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Highway Map of Florida

History of the State of Florida

The records of Florida may be traced to when the primary local people started out to inhabit the peninsula as early as 14,000 years in the past. They left at the back of artifacts and archeological evidence. Florida’s written records begin with the arrival of Europeans; the Spanish explorer Juan ponce de león in 1513 made the primary textual facts. The state acquired its name from this Spanish conquistador, who called the peninsula la Pascua Florida in reputation of the verdant panorama and because it becomes the Easter season, which the Spaniards called Pascua Florida (competition of flowers).

This vicinity changed into the first mainland realm of America to be settled by means of Europeans. As a result, 1513 marked the start of the yank frontier. From that point of touch, Florida has had many waves of colonization and immigration, together with French and Spanish agreement throughout the sixteenth century, as well as entry of recent native American agencies migrating from somewhere else in the south, and free blacks and fugitive slaves, who inside the nineteenth century have become allied with the local Americans as black Seminoles. Florida becomes beneath colonial rule with the aid of Spain, France, and exceptional Britain at some stage in the 18th and nineteenth centuries earlier than becoming a territory of the United States in 1821.

Two a long time later, in 1845, Florida was admitted to the union as the twenty-seventh nation. For the reason that the 19th century, immigrants have arrived from Europe, Latin the USA, Africa, and Asia. Florida is nicknamed the “sunshine state” due to its heat climate and days of light, that have attracted northern migrants and travelers since the nineteen twenties. Numerous population and urbanized financial systems have evolved. In 2011 Florida, with over 19 million people, passed by and have become the 1/3 largest kingdom in the populace. The financial system has evolved through the years, starting with natural aid exploitation in logging, mining, fishing, and sponge diving; in addition to farm animals ranching, farming, and citrus growing. The tourism, real property, trade, banking, and retirement vacation spot corporations followed.

Florida Vintage Postcards

Since Ponce de Leon first set foot in the wilderness of Florida in the 1500s, people have been drawn to the “Sunshine State”. The Spanish established St. Augustine in 1565 and wipe out their French competitors, then the British gain control in the 1760’s only to lose the territory again to the Spanish. Finally, in 1821 the United States purchases Florida from Spain and in 1845 the territory becomes a state! When Henry Plant and Henry Flagler built their railroads down each coast, Florida begins a gilded age of travel and tourism which continues to this day. Early Florida postcards offer wonderful views of an unspoiled state. From the 1900s to the 1960s there were lots of vintage postcards created to show the beauty of every place and culture of Florida.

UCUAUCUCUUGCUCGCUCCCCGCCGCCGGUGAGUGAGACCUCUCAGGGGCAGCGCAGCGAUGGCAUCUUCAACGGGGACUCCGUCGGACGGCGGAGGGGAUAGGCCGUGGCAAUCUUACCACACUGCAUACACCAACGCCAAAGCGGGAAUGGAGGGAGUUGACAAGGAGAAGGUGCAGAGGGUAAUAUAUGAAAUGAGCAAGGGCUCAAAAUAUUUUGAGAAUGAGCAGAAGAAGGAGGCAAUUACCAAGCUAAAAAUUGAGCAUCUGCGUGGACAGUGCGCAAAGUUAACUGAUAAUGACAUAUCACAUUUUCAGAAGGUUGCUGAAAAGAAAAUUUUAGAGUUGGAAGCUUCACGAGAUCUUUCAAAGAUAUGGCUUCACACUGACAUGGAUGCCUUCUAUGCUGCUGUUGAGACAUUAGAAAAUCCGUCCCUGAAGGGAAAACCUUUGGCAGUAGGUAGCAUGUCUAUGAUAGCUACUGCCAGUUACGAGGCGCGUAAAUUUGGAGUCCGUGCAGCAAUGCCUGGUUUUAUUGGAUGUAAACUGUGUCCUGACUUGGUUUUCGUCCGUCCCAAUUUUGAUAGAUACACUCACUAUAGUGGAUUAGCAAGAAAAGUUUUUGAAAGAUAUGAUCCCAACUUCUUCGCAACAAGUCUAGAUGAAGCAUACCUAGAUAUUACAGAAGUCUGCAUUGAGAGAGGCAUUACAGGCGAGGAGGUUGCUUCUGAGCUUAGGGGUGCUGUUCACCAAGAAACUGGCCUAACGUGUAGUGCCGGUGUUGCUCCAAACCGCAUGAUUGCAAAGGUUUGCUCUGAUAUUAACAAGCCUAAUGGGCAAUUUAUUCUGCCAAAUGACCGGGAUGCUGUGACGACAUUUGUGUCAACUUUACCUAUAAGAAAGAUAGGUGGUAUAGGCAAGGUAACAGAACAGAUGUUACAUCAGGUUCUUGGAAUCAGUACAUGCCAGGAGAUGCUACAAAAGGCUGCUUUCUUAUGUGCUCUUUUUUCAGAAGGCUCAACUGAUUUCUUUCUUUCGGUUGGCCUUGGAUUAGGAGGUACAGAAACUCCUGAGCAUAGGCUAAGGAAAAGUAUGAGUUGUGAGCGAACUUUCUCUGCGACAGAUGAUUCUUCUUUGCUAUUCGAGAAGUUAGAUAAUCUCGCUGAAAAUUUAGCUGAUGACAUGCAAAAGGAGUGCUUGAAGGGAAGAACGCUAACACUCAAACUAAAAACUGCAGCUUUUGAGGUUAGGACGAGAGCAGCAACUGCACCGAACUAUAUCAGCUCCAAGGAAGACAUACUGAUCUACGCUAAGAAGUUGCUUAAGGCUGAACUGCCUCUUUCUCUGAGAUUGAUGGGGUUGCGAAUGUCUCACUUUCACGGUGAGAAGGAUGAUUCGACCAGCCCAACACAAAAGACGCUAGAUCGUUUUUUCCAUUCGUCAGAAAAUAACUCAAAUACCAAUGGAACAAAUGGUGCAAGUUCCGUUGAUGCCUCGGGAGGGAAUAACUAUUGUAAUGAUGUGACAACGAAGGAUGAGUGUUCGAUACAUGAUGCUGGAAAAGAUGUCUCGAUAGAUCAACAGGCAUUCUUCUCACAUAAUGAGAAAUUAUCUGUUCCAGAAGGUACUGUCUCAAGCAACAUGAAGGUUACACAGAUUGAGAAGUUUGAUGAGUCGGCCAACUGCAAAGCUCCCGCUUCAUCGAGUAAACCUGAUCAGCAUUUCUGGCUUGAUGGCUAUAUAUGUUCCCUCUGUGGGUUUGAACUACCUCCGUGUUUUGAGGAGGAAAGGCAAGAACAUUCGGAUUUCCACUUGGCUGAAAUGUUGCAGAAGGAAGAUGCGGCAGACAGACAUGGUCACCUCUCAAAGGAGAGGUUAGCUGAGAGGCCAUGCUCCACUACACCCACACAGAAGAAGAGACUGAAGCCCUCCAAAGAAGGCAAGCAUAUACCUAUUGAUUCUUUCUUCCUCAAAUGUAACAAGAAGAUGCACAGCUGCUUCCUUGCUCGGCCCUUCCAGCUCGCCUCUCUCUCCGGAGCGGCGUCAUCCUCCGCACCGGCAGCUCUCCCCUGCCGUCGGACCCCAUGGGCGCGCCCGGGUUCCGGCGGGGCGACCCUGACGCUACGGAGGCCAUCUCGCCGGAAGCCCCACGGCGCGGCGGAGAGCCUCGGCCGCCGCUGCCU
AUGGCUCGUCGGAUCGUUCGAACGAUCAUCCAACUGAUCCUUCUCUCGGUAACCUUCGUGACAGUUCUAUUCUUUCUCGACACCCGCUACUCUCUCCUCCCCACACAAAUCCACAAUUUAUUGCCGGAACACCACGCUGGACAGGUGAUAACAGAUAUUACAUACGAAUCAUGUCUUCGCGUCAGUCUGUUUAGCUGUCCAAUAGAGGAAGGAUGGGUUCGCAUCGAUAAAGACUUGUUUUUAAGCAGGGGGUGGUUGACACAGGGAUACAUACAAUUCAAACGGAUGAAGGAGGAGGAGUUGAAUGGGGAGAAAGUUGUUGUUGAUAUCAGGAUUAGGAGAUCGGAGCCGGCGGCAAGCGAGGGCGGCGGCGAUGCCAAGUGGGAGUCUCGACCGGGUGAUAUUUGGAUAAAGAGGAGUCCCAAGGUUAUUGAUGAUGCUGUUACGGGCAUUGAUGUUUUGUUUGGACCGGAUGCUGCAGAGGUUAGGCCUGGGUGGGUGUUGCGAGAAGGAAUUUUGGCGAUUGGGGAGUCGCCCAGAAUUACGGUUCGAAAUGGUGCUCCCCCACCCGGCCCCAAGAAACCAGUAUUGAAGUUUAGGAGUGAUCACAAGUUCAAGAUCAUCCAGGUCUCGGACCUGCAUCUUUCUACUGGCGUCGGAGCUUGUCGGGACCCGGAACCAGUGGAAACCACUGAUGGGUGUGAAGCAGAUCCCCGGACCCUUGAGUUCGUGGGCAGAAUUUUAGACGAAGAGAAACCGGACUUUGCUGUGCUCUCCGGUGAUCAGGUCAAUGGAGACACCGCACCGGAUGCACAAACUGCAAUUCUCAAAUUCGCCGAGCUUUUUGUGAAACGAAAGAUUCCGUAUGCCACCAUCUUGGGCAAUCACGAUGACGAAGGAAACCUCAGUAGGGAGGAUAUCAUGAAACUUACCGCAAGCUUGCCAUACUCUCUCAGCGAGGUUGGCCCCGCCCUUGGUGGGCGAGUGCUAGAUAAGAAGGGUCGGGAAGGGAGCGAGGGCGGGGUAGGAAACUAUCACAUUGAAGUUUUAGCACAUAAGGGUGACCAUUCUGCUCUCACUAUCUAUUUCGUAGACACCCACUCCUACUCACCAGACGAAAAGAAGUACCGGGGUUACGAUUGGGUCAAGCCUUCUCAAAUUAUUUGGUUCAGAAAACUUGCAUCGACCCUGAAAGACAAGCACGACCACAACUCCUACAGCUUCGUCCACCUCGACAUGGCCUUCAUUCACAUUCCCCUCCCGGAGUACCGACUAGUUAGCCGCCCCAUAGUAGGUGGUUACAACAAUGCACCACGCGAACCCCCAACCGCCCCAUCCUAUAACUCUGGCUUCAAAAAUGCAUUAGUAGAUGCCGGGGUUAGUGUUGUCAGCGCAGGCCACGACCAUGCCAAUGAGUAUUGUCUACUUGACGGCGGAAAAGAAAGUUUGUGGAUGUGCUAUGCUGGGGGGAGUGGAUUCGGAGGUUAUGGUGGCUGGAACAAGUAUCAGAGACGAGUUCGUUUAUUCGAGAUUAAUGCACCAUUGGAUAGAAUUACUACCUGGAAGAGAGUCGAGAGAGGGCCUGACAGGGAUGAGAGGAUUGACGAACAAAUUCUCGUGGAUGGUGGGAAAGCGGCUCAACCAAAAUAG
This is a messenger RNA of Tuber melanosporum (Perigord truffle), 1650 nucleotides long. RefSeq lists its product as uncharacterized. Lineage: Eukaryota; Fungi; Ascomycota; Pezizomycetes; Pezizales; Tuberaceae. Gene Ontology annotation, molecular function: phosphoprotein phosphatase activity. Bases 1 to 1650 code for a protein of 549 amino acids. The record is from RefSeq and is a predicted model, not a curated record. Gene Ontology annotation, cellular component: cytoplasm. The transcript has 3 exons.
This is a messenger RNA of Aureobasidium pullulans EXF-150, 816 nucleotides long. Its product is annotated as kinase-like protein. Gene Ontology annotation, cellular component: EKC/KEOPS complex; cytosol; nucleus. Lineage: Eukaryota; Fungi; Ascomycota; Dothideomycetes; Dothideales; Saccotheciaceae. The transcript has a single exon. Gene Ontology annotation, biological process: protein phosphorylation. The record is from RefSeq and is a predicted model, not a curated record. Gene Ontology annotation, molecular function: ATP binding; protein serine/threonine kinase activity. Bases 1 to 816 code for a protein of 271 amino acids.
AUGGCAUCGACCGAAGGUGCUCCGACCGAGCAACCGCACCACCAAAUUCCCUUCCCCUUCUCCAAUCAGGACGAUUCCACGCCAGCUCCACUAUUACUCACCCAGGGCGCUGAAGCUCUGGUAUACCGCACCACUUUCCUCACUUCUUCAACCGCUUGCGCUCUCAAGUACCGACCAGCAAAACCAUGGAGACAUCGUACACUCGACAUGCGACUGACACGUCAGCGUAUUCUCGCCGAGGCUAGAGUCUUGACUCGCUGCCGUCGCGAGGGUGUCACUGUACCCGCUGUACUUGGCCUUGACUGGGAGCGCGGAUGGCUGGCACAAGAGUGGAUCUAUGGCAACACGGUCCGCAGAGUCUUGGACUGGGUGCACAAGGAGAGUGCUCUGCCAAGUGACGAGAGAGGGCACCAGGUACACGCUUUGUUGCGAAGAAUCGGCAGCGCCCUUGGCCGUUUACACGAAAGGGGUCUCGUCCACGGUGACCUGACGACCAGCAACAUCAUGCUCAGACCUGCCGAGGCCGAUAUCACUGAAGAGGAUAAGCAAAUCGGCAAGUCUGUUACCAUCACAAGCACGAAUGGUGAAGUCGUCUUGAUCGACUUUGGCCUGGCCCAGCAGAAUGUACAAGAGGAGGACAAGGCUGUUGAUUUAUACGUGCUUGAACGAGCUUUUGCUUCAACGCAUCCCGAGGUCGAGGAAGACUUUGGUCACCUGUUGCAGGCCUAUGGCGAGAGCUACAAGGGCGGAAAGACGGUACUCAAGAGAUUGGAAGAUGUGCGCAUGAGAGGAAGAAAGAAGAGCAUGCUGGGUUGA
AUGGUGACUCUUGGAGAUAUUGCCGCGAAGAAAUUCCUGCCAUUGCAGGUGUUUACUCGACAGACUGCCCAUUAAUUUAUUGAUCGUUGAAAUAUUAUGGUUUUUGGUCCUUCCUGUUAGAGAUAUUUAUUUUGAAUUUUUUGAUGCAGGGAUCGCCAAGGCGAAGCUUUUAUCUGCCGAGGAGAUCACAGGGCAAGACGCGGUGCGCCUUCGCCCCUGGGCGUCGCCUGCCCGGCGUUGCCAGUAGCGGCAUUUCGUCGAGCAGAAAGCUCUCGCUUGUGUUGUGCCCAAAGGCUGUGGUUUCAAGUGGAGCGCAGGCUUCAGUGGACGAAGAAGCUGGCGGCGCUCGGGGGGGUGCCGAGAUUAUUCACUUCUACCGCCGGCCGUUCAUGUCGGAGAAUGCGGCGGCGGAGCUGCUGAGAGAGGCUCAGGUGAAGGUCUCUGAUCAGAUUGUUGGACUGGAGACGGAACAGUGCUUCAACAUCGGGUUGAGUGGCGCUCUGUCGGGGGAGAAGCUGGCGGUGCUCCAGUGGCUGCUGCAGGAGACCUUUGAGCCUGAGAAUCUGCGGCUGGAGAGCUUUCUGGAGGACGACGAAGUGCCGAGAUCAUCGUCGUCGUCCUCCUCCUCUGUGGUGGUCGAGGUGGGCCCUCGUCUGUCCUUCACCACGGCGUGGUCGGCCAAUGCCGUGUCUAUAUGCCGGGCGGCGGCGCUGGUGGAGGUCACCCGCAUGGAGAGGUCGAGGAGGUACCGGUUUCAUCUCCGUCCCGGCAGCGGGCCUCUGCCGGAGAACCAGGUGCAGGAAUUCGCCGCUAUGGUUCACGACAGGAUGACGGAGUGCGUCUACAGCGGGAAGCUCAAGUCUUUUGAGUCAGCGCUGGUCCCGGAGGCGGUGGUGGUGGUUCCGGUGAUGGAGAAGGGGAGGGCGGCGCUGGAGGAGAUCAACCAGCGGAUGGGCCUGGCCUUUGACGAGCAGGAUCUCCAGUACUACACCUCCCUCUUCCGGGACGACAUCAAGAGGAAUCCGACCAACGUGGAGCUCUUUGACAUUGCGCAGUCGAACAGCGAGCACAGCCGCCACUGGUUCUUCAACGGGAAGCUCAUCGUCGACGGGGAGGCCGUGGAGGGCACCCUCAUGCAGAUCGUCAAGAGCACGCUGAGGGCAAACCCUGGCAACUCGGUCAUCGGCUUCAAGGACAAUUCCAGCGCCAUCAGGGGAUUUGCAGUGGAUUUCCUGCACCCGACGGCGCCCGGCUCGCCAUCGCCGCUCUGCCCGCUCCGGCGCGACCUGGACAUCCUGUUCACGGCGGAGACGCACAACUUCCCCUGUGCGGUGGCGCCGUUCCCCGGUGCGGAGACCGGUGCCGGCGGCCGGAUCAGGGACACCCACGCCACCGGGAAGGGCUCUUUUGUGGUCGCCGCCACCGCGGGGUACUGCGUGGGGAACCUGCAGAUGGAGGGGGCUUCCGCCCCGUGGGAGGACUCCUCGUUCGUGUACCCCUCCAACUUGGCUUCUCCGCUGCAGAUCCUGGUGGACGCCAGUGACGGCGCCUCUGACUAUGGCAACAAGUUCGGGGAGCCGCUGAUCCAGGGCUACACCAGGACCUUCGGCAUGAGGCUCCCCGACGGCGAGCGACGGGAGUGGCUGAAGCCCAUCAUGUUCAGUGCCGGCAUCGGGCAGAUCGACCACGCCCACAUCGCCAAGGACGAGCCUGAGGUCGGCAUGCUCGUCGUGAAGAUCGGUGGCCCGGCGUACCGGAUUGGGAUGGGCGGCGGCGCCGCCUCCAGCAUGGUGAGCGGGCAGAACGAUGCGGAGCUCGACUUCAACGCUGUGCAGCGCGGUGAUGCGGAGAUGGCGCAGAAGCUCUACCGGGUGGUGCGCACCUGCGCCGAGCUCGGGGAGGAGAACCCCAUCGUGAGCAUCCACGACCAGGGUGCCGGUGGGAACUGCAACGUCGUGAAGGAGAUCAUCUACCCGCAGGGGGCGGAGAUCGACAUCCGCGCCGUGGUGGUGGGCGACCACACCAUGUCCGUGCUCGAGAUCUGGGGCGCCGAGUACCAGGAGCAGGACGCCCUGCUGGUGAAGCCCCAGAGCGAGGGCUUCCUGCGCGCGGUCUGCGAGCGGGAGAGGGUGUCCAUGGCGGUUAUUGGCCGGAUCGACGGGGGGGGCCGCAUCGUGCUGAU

The first people move into Florida. Referred to today as Paleo-Indians, they moved into the peninsula in search of new food sources. These sources included mastodons, giant armadillos and horses. At that time, the end of the last ice Age, Florida was twice the size it is today.

Florida the Sunshine State

Florida, which joined the union as the 27th state in 1845, is nicknamed the Sunshine State and known for its balmy climate and natural beauty. Spanish explorer Juan Ponce de Leon, who led the first European expedition to Florida in 1513, named the state in tribute to Spain’s Easter celebration known as “Pascua Florida,” or Feast of Flowers. During the first half of the 1800s, U.S. troops waged war with the region’s Native American population. During the Civil War, Florida was the third state to secede from the Union. Beginning in the late 19th century, residents of Northern states flocked to Florida to escape harsh winters. In the 20th century, tourism became Florida’s leading industry and remains so today, attracting millions of visitors annually. Florida is also known for its oranges and grapefruit, and some 80 percent of America’s citrus is grown there.

Capital: Tallahassee

Population: 18,801,310 (2010)

Size: 65,758 square miles

Nickname(s): Sunshine State

Motto: In God We Trust

Tree: Sabal Palm

Flower: Orange Blossom

Bird: Mockingbird

Some Interesting Facts

  • Spanish explorer Pedro Menéndez de Avilés established the first permanent European settlement in the United States at St. Augustine in 1565.